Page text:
Emily Bittenbender should be thanking her lucky stars that she couldn't manage to sew, because otherwise, she might have joined the ranks of hundreds of other frustrated, would-be fashion designers with lots of great ideas, but no work. Instead, she runs a general contracting construction company, Bittenbender Construction LP, and her name is all over premium projects around the city. How did that happen? Like most stories, it was a combination of ability, luck and being in the right place at the right time.
Bittenbender, who grew up on a farm near the Poconos, dreamed of being a fashion designer and went to Moore College of Art and Design to get the training. There, she learned she couldn't sew, so switched to commercial interior design, she told me during our Executive Q&A interview published in Sunday's Philadelphia Inquirer.
"After I graduated, I worked for EwingCole," a major Philadelphia architectural firm.
"At the age of 24 years old, I was working on the $42 million Municipal Services Building renovation."
Here's where the luck came in: "The project manager from EwingCole left and I became the project manager at this large tower renovation project," she said. "I completed it as the project manager and then we won a $56 million tower conversion at the Bell Atlantic Building at 1515 Arch Street. And at the age of 27 or 28 I was the project manager on that building."
Something important happened while she worked on the Municipal Services Building. She came to the attention of city officials, including then mayor Ed Rendell. He recruited her for her next job. "I tell people all the time that Ed Rendell is the man that really gave me my first big break."
"They asked me to interview to become the Capital Program Director for the City of Philadelphia," she said. "So I took that job at the age of 29. I was a deputy mayor at the commissioner level.
At the time, she said, the city's finances were shot, but $500 million in emergency capital funds came into the city coffers. "Rendell wanted me to burn them down, to spend all the money before he left office. So he thought the only way to do that was to create a new city agency called Capital Program Office and bring the private sector approach to project and budget management."
From there, she landed work on the construction of the National Constitution Center as vice president for design and construction -- essentially the project manager on that job.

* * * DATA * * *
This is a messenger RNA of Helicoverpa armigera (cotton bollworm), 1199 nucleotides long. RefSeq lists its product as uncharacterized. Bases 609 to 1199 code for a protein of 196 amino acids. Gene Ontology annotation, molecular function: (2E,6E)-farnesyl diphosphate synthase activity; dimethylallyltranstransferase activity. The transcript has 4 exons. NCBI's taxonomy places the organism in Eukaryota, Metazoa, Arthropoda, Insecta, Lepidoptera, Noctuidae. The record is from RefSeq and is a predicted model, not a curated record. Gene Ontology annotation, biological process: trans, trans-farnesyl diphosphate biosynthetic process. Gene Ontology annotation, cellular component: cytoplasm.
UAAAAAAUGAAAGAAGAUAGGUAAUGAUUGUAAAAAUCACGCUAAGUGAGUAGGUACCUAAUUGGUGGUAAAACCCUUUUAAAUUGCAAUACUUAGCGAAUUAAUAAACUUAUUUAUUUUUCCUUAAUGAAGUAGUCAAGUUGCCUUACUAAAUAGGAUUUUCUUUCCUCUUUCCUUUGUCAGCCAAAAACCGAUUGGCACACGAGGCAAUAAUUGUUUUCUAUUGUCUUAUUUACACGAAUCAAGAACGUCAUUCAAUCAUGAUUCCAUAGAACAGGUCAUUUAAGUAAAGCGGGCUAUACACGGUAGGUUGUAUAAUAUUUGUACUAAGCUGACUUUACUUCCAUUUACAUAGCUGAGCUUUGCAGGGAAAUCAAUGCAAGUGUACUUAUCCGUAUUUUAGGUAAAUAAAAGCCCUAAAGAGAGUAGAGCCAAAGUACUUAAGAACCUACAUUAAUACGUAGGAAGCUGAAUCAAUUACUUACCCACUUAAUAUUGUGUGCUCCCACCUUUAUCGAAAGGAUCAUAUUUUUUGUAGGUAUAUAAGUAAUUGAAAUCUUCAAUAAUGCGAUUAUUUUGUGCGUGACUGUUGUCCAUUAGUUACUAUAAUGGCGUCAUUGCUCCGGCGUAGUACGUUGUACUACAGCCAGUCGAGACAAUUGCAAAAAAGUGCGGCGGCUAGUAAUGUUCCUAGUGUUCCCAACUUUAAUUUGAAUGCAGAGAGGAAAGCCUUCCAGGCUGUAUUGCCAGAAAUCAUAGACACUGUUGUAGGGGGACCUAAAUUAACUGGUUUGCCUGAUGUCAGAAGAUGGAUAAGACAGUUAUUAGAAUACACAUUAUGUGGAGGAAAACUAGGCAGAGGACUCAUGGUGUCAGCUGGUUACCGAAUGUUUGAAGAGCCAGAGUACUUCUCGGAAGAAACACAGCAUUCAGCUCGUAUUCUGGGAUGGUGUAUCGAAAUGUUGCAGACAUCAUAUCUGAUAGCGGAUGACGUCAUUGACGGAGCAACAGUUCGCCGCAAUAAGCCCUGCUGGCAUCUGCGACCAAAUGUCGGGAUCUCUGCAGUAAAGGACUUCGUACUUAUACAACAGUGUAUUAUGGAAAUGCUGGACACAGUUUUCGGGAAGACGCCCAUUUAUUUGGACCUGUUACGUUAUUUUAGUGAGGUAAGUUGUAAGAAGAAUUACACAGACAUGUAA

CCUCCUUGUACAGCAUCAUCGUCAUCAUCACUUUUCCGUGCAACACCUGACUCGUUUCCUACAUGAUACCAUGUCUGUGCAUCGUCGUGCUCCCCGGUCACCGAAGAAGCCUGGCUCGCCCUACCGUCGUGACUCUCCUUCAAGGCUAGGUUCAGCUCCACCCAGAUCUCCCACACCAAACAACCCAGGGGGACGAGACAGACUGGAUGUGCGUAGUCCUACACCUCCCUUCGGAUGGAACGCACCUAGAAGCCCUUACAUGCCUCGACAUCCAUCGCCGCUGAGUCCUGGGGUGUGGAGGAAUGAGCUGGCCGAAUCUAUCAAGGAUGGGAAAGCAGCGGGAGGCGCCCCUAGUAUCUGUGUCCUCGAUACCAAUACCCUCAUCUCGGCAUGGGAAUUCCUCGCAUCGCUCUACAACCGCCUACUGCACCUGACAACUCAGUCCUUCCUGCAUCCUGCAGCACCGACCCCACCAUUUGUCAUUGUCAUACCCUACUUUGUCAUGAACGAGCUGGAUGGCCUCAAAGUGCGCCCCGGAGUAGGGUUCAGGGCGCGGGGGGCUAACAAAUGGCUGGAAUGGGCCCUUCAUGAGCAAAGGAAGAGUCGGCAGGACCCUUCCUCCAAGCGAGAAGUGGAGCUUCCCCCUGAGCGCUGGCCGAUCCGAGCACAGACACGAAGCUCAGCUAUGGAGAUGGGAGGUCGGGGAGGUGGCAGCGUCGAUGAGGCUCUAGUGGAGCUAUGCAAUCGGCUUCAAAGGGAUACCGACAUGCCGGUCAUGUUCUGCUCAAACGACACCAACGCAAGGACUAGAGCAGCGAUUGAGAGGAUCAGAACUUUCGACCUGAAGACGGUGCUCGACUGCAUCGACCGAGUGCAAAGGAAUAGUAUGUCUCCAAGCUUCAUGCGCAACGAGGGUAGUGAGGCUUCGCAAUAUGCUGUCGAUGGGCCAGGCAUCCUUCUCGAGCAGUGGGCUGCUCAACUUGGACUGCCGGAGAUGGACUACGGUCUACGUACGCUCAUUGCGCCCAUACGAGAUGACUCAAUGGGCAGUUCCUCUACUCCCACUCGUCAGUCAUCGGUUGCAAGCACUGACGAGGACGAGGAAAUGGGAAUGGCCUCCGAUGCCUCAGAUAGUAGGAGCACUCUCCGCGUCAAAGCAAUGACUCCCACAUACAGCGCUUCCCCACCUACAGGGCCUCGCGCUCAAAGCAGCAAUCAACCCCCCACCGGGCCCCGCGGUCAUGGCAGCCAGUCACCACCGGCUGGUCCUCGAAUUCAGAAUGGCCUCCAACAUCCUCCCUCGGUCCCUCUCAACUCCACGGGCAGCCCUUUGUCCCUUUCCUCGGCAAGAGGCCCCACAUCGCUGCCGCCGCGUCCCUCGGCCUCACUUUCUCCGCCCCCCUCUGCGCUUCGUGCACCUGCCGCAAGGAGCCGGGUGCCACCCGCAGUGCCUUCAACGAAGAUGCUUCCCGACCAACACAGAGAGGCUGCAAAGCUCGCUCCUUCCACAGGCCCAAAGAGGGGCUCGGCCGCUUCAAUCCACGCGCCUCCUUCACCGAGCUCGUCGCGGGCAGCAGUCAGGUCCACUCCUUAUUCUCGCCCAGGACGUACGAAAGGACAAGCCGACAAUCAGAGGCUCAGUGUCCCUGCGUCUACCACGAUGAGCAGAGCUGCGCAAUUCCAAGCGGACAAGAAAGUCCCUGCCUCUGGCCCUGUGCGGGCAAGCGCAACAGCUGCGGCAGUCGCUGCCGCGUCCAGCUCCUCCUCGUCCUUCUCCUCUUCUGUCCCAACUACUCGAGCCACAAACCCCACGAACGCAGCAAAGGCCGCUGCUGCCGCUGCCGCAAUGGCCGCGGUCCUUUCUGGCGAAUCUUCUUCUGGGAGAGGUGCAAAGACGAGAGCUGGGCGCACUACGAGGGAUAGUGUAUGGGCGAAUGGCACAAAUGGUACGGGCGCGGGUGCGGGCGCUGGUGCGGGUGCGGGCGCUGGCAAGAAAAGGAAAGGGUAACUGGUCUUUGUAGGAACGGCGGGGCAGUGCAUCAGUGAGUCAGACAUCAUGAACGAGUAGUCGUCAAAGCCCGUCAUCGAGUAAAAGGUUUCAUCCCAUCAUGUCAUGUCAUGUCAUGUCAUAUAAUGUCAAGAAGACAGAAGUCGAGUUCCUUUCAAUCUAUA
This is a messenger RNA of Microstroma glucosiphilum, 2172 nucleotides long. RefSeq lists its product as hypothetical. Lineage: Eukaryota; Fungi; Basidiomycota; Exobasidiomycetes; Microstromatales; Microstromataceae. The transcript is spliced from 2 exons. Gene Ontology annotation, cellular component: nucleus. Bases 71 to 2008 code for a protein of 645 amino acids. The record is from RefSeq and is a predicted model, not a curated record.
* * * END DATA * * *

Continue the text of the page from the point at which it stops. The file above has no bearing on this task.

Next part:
That's when she decided to take the big risk to start her own business. Construction isn't a cheap business to start -- it requires significant cash to be able to post the bonds that guarantee to customers that the contractor won't run out of money before the building is up. Cash flow is a problem. The signs posted on construction projects mention funding by banks, but the real funding starts when a sub-contractor somewhere starts signing pay checks, hoping that the general contractor and the customer will pay up before the next round of checks are due. The key is to establish a line of credit, but that line of credit has to be backed with cash, particularly at the beginning. In the beginning,
"I was in a trailer still building the Constitution Center and I sold everything that I owned. I sold my home. I liquidated all of my 401k's. I literally went for broke. I came out with cash and started Bittenbender Construction in 2003. No father, no husband, no financial support. So I was really poor. I moved to Camden so I could live as cheaply as I possibly could."
All of that netted her $300,000 -- enough to back a $100,000 to $300,000 line of credit and enough to fund early projects at Comcast and AAA-MidAtlantic. Now she can swing a $5 million line of credit.
"I just figured if I'm going to do it, I'm going to do it right and go big," she said. "I figured I started at a McDonald's and I can go back to McDonald's."
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